Running head: THE RELATIONSHIP BETWEEN INSTRUMENTAL MUSIC
The relationship between instrumental music participation and standardized assessment achievement of middle school students: Article review assignment
Md Emtiaz Rony
Kent State University
Previous researches on understanding higher order brain functioning based on music as a main effect, have been explored a possible relationship between the area of a brain that stimulated by music and the same area that controls spatial reasoning, and this spatial reasoning also has been found to be connected directly to both science and mathematics ability (Graziano, Peterson & Shaw, 1999; Leng & Shaw, 1991; Rauscher & Zupan, 2000 cited in Babo, 2004). Consequently, assuming that, the relationship between music and academic achievement has been speculated by Phillips (1976), and Grandin & Peterson (1998 cited in Babo, 2004). While the policy makers of the United States were concerned about the survival of music as an educational program in school curriculum due to limited resources, this trend of studies has better proved the worth of music program, and was warranted. Theoretical Context
Some studies suggest both significant (Berlin, 1995; Cheek & Smith, 1998; Dreyden, 1992; Hill, 1987; Robitaille & O’Neal, 1981; Trent, 1996 cited in Bab0, 2004) and non-significant (Anello, 1972; Costa-Giomi, 1999 cited in Babo, 2004) positive correlation between instrumental music instruction and academic achievement. Anello (1974 cited in Babo, 2004) found a significant difference in Math, English, and Social Studies Grade Point Averages (GPAs) between instrumental and non-instrumental music students using analysis of variance (ANOVA), and when another variable ‘Intelligence’ was controlled through analysis of covariance (ANCOVA), no significant difference was found between them.
Also, Daryl Trent (1996 cited in Babo, 2004) included two instruments to collect students’ academic achievement data for analyses, namely, Texas Assessment of Academic Skills (TAAS), and Texas Educational Assessment of Minimum Skills (TEAMAS). A one-way ANOVA revealed that there were significant differences in Math and Language Arts scores on the TEAMAS between the senior music students and non-music students, however, results on TAAS indicated no significant differences between the subjects.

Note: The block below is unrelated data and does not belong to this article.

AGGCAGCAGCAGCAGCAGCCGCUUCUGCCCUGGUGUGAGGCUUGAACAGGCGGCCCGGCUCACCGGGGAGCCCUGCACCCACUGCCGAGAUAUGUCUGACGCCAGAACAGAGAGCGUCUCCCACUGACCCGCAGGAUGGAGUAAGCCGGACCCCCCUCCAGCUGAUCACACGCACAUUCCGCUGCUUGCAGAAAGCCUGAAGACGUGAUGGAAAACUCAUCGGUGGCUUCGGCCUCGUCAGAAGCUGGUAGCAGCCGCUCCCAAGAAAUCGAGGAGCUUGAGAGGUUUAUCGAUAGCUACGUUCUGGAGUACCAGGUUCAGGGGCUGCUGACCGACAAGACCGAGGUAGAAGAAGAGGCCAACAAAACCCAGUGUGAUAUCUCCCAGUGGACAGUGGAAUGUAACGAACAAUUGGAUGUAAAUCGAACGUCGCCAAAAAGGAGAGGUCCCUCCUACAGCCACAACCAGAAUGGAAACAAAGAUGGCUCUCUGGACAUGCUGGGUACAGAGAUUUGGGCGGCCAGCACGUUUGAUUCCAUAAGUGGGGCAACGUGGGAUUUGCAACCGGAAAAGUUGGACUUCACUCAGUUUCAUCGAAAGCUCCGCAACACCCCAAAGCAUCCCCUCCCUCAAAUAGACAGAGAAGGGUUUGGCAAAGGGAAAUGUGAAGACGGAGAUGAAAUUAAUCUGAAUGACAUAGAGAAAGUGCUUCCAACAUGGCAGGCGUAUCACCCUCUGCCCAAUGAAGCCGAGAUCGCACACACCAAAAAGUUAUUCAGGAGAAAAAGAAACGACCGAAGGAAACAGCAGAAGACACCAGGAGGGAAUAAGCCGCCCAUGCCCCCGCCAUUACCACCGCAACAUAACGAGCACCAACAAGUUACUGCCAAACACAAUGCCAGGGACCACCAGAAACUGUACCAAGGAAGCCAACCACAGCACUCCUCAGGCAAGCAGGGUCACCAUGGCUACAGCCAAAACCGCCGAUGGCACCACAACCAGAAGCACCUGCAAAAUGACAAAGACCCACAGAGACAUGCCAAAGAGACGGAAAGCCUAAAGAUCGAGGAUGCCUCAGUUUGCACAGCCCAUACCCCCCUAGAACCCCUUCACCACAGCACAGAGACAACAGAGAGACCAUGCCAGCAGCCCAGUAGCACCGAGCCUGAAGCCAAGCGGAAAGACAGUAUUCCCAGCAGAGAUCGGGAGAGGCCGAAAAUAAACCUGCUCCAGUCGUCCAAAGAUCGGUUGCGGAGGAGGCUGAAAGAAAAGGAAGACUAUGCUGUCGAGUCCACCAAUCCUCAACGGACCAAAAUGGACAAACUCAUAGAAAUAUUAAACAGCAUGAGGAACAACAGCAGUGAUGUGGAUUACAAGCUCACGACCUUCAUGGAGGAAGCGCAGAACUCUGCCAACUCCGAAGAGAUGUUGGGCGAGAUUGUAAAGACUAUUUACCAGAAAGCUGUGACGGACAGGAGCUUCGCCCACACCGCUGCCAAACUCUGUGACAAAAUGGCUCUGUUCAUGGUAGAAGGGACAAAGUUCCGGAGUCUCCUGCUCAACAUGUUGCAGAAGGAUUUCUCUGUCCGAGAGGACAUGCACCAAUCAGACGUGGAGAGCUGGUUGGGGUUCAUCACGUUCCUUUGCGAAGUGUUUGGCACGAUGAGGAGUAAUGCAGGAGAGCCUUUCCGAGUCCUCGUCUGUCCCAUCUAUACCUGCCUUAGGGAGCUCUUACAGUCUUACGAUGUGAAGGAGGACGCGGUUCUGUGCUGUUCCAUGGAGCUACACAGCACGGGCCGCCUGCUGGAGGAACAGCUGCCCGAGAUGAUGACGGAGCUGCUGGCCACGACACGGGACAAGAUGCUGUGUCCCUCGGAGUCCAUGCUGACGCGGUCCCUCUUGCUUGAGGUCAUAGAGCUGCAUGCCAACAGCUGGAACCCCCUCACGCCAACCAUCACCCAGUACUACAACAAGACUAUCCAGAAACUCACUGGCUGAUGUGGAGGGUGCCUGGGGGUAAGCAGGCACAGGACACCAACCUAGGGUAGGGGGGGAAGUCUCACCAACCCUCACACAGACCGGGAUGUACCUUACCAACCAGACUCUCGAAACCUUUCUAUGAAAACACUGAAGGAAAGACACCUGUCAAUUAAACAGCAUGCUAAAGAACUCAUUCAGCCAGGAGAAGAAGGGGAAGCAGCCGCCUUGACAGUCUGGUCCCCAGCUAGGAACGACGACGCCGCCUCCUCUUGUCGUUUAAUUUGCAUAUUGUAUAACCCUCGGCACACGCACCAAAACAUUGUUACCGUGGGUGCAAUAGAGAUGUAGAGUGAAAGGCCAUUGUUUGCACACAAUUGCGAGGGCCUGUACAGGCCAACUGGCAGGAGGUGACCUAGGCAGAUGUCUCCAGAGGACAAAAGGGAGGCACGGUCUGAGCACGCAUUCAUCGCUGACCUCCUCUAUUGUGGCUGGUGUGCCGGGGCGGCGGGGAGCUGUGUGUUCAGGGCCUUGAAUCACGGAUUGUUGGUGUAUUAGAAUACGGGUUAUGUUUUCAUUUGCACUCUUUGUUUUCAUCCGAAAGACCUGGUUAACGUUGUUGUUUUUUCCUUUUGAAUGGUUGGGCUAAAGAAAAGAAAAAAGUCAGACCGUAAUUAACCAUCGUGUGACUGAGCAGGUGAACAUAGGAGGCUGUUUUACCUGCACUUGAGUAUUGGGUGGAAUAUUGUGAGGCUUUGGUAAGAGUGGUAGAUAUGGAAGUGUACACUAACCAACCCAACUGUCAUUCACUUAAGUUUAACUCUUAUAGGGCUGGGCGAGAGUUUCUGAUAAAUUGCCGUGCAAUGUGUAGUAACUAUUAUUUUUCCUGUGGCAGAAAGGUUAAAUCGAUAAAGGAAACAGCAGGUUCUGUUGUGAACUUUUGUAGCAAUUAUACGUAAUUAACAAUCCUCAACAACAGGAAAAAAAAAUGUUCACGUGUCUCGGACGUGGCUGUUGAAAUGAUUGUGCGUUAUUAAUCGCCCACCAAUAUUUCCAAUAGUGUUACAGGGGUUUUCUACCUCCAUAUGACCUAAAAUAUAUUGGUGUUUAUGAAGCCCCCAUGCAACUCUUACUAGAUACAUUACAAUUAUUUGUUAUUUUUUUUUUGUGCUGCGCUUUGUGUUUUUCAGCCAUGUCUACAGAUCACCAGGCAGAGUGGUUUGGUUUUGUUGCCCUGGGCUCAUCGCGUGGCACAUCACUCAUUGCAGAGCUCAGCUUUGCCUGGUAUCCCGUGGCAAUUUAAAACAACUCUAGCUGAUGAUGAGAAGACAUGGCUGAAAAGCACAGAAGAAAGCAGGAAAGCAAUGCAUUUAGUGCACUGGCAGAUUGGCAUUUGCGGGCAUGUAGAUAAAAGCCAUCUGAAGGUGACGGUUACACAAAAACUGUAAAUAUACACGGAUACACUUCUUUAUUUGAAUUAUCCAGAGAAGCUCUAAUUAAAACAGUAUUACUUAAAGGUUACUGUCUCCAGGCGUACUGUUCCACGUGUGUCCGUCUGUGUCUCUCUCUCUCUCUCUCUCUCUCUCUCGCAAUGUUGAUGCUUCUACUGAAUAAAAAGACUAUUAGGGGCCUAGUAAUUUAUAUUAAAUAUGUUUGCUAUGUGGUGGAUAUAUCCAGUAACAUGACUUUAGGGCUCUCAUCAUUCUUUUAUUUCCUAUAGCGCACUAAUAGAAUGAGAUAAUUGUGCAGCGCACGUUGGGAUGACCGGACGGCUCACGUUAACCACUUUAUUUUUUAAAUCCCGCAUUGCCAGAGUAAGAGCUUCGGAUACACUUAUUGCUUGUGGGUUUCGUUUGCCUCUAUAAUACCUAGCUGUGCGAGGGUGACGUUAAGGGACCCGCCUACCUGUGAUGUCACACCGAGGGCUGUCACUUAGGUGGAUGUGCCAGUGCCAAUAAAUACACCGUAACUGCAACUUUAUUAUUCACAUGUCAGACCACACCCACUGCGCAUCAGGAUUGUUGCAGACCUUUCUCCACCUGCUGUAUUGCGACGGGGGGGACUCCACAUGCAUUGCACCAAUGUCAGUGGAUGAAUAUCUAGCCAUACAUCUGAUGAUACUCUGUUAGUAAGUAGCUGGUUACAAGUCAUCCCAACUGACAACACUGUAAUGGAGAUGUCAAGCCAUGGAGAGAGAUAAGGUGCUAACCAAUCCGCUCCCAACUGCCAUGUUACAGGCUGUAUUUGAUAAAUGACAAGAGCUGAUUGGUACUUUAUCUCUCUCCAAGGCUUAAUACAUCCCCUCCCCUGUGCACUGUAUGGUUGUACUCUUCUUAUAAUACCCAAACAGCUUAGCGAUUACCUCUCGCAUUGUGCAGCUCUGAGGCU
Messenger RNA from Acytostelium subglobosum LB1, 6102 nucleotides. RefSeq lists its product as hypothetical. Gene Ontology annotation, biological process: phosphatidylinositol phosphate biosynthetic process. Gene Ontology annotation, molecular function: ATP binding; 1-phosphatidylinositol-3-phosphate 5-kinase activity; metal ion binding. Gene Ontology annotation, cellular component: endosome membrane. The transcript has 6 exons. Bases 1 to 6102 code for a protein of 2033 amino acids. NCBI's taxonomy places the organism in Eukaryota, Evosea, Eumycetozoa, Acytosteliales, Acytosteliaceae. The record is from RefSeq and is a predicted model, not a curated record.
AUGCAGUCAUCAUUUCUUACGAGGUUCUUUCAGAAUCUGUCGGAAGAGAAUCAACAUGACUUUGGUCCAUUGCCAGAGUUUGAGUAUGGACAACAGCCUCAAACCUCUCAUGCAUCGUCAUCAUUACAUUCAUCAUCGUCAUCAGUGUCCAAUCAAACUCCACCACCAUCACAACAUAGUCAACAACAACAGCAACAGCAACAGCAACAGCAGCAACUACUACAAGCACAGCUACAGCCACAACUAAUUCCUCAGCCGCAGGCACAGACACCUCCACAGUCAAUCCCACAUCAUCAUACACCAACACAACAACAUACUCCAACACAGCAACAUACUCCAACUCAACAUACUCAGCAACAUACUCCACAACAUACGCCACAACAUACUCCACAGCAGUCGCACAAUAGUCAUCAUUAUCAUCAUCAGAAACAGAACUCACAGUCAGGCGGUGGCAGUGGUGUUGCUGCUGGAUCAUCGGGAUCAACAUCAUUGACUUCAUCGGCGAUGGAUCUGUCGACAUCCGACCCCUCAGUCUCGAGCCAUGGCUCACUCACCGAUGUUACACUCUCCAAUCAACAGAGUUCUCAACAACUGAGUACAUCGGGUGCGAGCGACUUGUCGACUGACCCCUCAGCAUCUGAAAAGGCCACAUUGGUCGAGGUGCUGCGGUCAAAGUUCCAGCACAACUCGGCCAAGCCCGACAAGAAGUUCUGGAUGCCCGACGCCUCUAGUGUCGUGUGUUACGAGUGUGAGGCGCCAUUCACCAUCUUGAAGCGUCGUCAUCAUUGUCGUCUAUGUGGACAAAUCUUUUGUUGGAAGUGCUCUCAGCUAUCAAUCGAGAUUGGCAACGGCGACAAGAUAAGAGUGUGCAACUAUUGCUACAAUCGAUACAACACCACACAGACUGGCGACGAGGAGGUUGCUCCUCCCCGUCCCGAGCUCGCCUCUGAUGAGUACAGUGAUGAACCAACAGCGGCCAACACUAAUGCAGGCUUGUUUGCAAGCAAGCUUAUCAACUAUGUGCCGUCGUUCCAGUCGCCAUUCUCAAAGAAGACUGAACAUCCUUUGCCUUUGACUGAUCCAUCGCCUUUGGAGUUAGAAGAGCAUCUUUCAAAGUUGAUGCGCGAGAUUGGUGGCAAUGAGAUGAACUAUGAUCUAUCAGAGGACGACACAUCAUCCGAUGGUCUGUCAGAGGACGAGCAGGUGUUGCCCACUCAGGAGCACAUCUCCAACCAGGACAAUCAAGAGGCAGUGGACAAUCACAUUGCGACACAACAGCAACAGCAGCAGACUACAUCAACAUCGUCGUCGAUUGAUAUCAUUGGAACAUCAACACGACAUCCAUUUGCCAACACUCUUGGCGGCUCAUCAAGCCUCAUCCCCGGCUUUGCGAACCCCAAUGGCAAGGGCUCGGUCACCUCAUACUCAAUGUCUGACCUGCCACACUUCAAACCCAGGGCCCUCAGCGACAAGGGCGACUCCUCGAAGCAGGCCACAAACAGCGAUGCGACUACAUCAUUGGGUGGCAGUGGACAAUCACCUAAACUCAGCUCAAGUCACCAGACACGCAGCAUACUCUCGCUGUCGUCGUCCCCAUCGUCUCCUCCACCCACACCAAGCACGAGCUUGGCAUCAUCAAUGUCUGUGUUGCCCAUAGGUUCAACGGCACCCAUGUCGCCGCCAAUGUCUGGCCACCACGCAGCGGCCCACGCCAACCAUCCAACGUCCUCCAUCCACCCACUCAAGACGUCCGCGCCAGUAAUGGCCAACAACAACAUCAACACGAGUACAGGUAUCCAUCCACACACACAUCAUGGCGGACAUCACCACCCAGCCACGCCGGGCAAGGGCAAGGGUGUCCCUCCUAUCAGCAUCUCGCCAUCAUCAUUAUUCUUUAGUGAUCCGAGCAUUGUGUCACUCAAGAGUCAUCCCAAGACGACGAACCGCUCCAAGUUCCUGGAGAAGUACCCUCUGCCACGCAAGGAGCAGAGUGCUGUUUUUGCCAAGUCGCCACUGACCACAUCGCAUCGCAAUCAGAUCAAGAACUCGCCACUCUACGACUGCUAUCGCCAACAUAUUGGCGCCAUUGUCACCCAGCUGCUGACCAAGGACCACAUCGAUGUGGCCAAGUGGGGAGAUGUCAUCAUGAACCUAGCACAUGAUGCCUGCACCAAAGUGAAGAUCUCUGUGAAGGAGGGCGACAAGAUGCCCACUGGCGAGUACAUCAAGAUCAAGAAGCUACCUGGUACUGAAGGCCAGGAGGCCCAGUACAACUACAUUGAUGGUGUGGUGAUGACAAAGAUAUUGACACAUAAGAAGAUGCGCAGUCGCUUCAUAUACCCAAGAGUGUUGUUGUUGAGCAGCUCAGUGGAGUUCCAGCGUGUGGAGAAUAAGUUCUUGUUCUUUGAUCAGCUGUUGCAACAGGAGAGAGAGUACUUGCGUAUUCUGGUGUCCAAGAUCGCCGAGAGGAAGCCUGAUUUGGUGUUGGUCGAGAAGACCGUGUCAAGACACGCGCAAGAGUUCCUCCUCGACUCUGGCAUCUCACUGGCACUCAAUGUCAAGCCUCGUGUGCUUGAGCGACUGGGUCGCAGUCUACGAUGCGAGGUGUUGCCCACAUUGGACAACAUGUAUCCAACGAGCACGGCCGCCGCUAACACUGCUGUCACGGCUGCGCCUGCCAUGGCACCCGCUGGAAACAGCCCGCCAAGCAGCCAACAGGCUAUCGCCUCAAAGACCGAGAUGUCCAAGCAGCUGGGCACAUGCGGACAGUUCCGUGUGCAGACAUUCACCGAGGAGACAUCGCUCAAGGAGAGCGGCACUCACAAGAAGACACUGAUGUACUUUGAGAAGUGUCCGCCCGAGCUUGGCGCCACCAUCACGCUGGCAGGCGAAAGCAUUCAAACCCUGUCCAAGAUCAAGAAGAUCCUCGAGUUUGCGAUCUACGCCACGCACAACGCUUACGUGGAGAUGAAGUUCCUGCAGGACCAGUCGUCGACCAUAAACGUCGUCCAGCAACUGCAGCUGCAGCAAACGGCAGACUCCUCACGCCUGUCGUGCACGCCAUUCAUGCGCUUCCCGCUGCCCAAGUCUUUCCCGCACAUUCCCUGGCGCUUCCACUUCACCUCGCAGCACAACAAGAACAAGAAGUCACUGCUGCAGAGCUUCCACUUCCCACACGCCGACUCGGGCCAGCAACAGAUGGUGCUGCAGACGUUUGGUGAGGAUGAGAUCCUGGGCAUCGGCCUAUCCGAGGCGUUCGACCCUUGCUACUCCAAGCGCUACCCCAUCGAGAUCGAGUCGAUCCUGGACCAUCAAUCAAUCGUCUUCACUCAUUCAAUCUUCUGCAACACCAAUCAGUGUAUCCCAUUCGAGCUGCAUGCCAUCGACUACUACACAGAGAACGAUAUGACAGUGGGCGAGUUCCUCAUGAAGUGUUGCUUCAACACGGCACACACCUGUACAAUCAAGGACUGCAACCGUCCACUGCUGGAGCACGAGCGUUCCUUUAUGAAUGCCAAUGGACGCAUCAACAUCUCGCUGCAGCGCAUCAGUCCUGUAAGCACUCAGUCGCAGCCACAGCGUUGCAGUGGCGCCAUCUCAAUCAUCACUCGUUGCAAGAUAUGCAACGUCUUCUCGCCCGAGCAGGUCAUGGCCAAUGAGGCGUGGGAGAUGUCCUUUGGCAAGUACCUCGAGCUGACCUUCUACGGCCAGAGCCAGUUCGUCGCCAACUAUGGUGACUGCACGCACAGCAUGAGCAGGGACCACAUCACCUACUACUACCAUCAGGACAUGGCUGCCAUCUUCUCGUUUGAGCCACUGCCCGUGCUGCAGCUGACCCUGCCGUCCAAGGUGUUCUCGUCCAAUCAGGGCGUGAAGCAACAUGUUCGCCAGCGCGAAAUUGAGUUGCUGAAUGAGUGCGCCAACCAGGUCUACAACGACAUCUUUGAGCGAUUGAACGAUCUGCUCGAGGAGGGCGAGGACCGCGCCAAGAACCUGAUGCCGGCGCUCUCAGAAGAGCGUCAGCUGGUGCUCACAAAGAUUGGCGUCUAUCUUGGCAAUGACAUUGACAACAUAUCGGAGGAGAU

The author (Babo, 2004) felt that the general nature of the relationship between instrumental music and academic achievement needs to be resolved as well as using a statistical design that allows for controlling demographic and confounding variables, and thus, he attempted to explore the relationship between instrumental music and academic achievement controlling for some demographic variables like sex and socio-economic status, and other confounding variable like intelligence based on the research of Anello (1972), Costa-Giomi (1999), Trent (1996), Zanutto (1997), and the neurological theory of Leng & Shaw (1991 cited in Bab0, 2004). The selection of these variables was based on the previous research, and is a reflection of the related literature. Methodology
The purpose of this study is to determine the relationship between instrumental music instruction and academic achievement by considering some other control and confounding variables. “The research question posed was- What is the nature and strength of the relationship between instrumental music participation and a student’s academic performance, when controlling for socio-economic status (SES), gender (GEN), and intelligent quotient (I.Q.), as measured by standardized assessment scores” (Babo, 2004)? To address this research question, a correlational research design was utilized because, the purpose of the study was to measure the relationship the instrumental music and the academic performance not to figure out the significant difference between the participant and non-participant groups of instrumental music education....
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